Illinois today became the second state in the nation to ban employers from asking employees and job applicants for login information to access their social networking accounts.
The law, which goes into effect Jan. 1, also bans such requests during background checks.
“Members of the workforce should not be punished for information their employers don’t legally have the right to have,” Governor Pat Quinn said in a prepared statement after signing a bill into law at the Illinois Institute of Technology. “As use of social media continues to expand, this new law will protect workers and their right to personal privacy.”
Maryland is the only other state to pass a similar law prohibiting employers from demanding social network passwords. Other states are considering legislation to ban the practice, which job seekers say lead them to either comply or be removed as a candidate. Some deactivate their Facebook and other personal accounts during a job search, then reactivate them once the job hunt is over.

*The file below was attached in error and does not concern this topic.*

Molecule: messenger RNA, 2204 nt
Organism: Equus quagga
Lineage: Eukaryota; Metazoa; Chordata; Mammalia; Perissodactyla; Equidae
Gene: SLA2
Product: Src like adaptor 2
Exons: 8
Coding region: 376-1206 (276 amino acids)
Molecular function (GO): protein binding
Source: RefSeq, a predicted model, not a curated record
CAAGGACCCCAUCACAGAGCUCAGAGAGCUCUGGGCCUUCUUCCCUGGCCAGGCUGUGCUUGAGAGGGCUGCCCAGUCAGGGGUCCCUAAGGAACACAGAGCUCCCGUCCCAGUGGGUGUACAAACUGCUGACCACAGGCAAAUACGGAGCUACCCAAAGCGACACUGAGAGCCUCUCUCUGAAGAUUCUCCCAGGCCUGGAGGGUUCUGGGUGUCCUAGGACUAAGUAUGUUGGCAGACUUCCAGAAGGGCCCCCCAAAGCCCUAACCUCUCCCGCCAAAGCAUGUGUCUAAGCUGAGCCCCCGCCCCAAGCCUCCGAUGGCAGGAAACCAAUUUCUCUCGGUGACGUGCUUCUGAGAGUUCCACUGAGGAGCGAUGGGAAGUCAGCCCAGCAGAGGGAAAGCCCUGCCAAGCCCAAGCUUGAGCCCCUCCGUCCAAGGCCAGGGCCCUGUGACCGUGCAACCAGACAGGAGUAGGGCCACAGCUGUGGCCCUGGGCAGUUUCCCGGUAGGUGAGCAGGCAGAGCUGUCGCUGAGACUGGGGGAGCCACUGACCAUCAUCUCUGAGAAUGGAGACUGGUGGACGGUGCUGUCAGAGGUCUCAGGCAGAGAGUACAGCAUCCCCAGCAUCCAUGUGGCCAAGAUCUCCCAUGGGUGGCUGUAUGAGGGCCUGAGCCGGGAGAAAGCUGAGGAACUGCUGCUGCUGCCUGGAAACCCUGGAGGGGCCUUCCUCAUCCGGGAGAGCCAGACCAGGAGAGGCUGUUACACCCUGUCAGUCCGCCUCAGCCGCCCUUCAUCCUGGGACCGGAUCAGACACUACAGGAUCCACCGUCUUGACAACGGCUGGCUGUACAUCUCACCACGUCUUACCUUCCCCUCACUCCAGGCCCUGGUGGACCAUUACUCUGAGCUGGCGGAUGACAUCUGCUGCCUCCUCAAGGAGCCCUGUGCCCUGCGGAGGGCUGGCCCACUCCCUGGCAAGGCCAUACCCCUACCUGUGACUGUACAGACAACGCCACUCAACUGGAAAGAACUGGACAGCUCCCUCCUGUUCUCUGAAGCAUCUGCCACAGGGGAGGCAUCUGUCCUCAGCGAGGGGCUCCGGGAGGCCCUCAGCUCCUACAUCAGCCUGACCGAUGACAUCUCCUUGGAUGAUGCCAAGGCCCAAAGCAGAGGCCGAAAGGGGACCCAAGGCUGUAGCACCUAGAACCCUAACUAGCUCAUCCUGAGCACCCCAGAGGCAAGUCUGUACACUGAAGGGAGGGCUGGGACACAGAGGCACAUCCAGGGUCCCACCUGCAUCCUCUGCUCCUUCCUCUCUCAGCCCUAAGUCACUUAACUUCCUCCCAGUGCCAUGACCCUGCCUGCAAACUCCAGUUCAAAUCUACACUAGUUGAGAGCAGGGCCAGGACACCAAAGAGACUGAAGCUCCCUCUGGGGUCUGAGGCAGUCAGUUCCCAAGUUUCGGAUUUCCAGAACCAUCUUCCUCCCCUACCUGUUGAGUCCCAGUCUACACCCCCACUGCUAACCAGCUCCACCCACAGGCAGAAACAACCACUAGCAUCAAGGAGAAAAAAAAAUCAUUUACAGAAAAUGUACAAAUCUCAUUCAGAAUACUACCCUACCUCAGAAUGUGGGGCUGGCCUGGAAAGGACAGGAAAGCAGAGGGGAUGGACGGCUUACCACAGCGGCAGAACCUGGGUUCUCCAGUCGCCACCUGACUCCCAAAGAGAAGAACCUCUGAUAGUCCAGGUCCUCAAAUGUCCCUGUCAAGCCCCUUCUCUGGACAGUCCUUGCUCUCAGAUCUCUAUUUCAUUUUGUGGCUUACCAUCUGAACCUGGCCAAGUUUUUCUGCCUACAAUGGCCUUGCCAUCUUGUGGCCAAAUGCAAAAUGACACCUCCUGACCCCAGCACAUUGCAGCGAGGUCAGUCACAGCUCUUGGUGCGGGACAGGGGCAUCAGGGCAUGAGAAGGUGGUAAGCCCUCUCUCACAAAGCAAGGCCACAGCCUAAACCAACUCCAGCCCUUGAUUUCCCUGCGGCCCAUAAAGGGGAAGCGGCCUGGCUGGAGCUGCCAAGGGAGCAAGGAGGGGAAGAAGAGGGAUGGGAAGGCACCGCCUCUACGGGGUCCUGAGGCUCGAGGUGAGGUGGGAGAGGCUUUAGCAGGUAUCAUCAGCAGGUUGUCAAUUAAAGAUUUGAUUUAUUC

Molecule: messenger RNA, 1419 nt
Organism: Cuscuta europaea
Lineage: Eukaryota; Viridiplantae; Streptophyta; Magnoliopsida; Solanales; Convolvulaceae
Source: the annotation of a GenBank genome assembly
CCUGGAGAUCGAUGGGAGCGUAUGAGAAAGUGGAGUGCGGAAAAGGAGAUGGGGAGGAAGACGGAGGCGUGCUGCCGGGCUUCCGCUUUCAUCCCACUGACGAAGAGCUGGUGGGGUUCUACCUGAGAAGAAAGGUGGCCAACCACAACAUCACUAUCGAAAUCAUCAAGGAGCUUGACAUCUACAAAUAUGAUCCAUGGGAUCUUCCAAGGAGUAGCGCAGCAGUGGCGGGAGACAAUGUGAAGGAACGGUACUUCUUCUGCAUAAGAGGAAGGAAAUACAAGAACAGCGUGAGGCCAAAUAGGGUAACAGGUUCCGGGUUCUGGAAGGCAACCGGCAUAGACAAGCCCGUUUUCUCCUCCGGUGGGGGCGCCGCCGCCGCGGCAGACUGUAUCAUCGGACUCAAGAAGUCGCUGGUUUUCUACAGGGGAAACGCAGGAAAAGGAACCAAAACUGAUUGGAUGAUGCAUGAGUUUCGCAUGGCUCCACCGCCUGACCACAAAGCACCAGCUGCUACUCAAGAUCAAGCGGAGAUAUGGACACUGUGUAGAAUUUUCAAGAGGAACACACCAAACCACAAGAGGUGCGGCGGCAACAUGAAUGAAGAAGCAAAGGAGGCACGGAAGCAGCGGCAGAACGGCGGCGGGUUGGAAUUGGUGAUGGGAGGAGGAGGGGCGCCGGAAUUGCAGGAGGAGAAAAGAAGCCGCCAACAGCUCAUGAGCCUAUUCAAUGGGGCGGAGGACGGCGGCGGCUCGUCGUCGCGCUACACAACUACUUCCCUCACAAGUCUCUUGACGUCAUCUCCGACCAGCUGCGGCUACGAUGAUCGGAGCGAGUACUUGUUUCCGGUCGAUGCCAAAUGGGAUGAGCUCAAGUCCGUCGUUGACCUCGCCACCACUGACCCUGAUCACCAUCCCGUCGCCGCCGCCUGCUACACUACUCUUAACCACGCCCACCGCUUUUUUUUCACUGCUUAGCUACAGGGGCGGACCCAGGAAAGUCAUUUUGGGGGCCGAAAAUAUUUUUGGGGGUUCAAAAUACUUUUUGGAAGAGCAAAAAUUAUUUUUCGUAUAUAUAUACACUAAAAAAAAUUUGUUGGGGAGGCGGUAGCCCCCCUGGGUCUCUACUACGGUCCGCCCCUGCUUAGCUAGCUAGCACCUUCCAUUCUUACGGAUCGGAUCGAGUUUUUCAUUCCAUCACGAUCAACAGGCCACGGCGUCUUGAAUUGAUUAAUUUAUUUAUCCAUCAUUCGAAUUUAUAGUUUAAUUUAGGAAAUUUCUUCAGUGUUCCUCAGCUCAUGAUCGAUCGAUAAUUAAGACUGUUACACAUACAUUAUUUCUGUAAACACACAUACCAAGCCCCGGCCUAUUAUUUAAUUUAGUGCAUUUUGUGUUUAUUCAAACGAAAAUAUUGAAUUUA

“Employers certainly aren’t allowed to ask for the keys to an employee’s home to nose around there, and I believe that same expectation of personal privacy and personal space should be extended to a social networking account,” said Senate Minority Leader Christine Radogno, who sponsored the bill alongside Rep. La Shawn Ford.
Radogno noted employers are not allowed to ask employees or job applicants about age, sex, race, or sexual orientation—all information that they may discover while trawling a social networking site. “This law will not only protect employees’ reasonable rights to privacy on the Web, but will shield employers from unexpected legal action.”
Employers can still view any publicly available information on sites such as Facebook. One law professor at Wednesday’s signing said 75 percent of HR departments view online profiles before offering an applicant a job and a third have rejected candidates based on what they discovered.
Penalties for trying access data restricted by privacy settings start at $100 to $300 fines and could go much higher.
Image via west.m‘s Flickr photostream, Creative Commons.